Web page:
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  • Pururambo
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Pururambo


List Price: $19.95
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Pururambo + Mysterious Mamberamo + Omo: A Journey to the Primaeval Age
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Product Details

  • Directors: Pavol Barabas
  • Format: Multiple Formats, Color, NTSC
  • Language: English
  • Region: Region 1 (U.S. and Canada only. Read more about DVD formats.)
  • Aspect Ratio: 1.33:1
  • Number of discs: 1
  • Rated: NR (Not Rated)
  • Studio: Cinema Libre
  • DVD Release Date: October 28, 2008
  • Run Time: 54 minutes
  • Average Customer Review: 3.1 out of 5 stars  See all reviews (7 customer reviews)
  • ASIN: B001FQHQ8W
  • Amazon Best Sellers Rank: #278,950 in Movies & TV (See Top 100 in Movies & TV)
  • Learn more about "Pururambo" on IMDb

Special Features

None.

Editorial Reviews

PURURAMBO

Customer Reviews

3.1 out of 5 stars
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Most Helpful Customer Reviews

4 of 5 people found the following review helpful By Tradecraft TOP 500 REVIEWERVINE VOICE on April 4, 2013
Format: DVD
Pururambo is the story of Pavol Barabas's journey into the rarely seen rain forest of New Guinea. The areas that are visited are so remote that very few people have ever ventured or seen these native tribes. Some of the natives are tree dwellers and actually build their home in trees as a method to have protection against mosquitos, as well as other, dangers in the tropical forest. Over 700 languages are spoken in this region of the world yet the inhabitants have very little, if any, contact with anyone outside of their tribe and have no idea who else inhabits the same forest. This documentary provides a very unique and interesting glimpse into a very primitive world that has not progressed with modern times. These natives start fire using primitive fire starting methods, have primitive tools, and yet they survive and provide for their families. As an outsider looking in it is difficult for me to determine if they "thrive" in their environment as it really depends on their perspective, not mine.

Many of the tribes are very fearful of outsiders, especially white people who they have never seen before, and Barabas really puts himself in some very potentially dangerous situations in order to meet the tribes. Pururambo is an interesting look into another world. It would be very difficult for "modern" people to live the lifestyle of these tribes especially considering what they eat such as mice, grubs, bugs, lizards, snakes, etc. It would also be interesting to see how these tribes would react to the modern world. Can you imagine how they would react to modern medicine, wars, nuclear weapons, televisions, cell phones, cars, airplanes, computers, or the fact that man has been on the moon! In the end these tribes should be left as they are and not interfered with in any manner.
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1 of 1 people found the following review helpful By chickieD on November 5, 2013
Format: DVD
I watched this on Netflix recently. I recommend it but it is also disturbed me in a lot of ways. It was fascinating how they actually got through the jungle where there are no paths and so many dangers, and fascinating to learn about the tribal people's beliefs and culture. On the other hand, I felt disturbed the the filmmakers approach; his interactions with people, and his rather facile summary of the people he met as "pururambo" (good). They are headhunters, so, maybe we can find a way to think about them that is more complex? They aren't just there to help the filmmaker see the world more spiritually. And while their approach to life may make him feel good during a brief visit, if he were to be there during an actual act of cannibalism would he still think they were "good."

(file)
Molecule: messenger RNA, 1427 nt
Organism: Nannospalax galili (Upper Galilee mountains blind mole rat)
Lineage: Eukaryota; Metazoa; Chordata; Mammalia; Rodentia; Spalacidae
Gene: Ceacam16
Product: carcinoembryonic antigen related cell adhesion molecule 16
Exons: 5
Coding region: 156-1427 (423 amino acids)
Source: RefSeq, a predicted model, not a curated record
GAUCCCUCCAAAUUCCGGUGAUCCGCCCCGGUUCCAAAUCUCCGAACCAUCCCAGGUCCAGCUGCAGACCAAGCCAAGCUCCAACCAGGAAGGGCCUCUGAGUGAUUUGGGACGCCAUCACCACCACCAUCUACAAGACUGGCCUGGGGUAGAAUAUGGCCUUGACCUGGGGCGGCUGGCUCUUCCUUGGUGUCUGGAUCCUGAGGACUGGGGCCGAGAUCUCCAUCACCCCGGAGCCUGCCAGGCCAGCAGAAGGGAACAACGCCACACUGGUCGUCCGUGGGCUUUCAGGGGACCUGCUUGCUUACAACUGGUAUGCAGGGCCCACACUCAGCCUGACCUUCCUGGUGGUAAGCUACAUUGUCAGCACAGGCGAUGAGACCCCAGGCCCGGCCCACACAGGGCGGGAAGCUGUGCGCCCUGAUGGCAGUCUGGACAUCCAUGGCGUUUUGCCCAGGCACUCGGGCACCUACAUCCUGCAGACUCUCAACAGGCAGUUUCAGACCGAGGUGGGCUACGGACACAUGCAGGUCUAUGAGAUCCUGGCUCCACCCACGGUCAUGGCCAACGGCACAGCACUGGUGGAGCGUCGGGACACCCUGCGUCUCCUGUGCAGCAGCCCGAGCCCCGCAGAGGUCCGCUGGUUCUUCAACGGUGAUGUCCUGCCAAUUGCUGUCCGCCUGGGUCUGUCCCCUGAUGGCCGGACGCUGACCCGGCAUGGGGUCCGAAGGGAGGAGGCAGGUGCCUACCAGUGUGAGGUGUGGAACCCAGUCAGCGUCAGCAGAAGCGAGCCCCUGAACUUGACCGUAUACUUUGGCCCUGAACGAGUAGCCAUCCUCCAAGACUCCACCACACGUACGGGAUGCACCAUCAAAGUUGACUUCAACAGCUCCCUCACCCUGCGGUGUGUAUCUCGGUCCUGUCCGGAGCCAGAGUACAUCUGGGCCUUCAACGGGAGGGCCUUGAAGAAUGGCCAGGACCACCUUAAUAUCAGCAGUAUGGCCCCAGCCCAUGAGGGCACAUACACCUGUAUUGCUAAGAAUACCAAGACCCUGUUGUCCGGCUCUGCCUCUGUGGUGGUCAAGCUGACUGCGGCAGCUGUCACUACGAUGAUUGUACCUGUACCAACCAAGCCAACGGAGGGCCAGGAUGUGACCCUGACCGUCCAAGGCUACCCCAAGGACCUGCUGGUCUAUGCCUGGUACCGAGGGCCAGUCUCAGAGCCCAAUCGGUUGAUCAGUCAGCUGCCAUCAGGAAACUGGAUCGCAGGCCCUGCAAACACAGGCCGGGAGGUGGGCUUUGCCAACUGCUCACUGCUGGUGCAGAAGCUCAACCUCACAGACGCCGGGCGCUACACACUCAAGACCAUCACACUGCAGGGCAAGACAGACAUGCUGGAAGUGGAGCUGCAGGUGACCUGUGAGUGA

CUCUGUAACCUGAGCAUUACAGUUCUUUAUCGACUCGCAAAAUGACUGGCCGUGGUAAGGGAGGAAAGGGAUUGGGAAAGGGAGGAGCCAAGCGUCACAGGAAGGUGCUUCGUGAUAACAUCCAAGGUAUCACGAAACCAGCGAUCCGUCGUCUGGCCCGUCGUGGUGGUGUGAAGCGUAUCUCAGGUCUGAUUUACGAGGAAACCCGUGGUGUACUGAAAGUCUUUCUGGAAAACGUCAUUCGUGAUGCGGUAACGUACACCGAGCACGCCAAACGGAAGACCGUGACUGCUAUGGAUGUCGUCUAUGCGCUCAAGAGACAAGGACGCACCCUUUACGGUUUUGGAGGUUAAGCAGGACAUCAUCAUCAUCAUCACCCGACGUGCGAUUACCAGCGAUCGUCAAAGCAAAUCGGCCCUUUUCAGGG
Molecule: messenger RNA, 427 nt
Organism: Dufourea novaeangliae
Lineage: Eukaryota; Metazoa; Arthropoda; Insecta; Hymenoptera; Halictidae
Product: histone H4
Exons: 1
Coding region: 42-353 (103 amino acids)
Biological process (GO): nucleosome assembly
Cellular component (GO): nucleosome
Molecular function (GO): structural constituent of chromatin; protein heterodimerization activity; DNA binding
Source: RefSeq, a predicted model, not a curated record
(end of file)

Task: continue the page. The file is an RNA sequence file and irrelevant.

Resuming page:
The people in these tribes live in a way that is unimaginable to Western people: focused obsessively on gathering food, so little possessions and tools, lives intertwined with magic and superstition. It is interesting - incredible - to see how they live, eat, survive. I recommend watching it, but it's hard to shake off how he went about getting the footage, and I had a lot of questions about what was happening when the camera was off.
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4 of 5 people found the following review helpful By d7575u on September 1, 2012
Format: DVD Verified Purchase
This documentary was really interesting and well narrated. Great example of how anthropology can be used to study indigenous tribes without being overly invasive or disruptive- takes an objective view of situations that would disturb most people.
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Format: DVD
Why does National Geographic, the History Channel, and Discovery continue to only use/allow journalists to explore and narrate these type of documentaries beats me. These networks are supposed to be managed by Westerners and 'civilized' educated people who have NO UNDERSTANDING of what Natives/Indigenous worlds really have been, are and will be. WHY WHY WHY are anthropologists not invited to do these type of documentaries? Why don't these networks rely on the true understandings that the anthropology discipline could bring? BECAUSE THEY WANT TO CONTINUE LYING TO THE VIEWERS and they want to continue the portrayal of a perfect Western civilized world making the 'other' seen as non-civilized, savage, or naive. PLEASE, IF NOT MADE WITHIN AN ANTHROPOLOGICAL PERSPECTIVE, IT IS WORTH 0. Hire the correct discipline to instruct us and not journalists with fantasy lala land ideologies.
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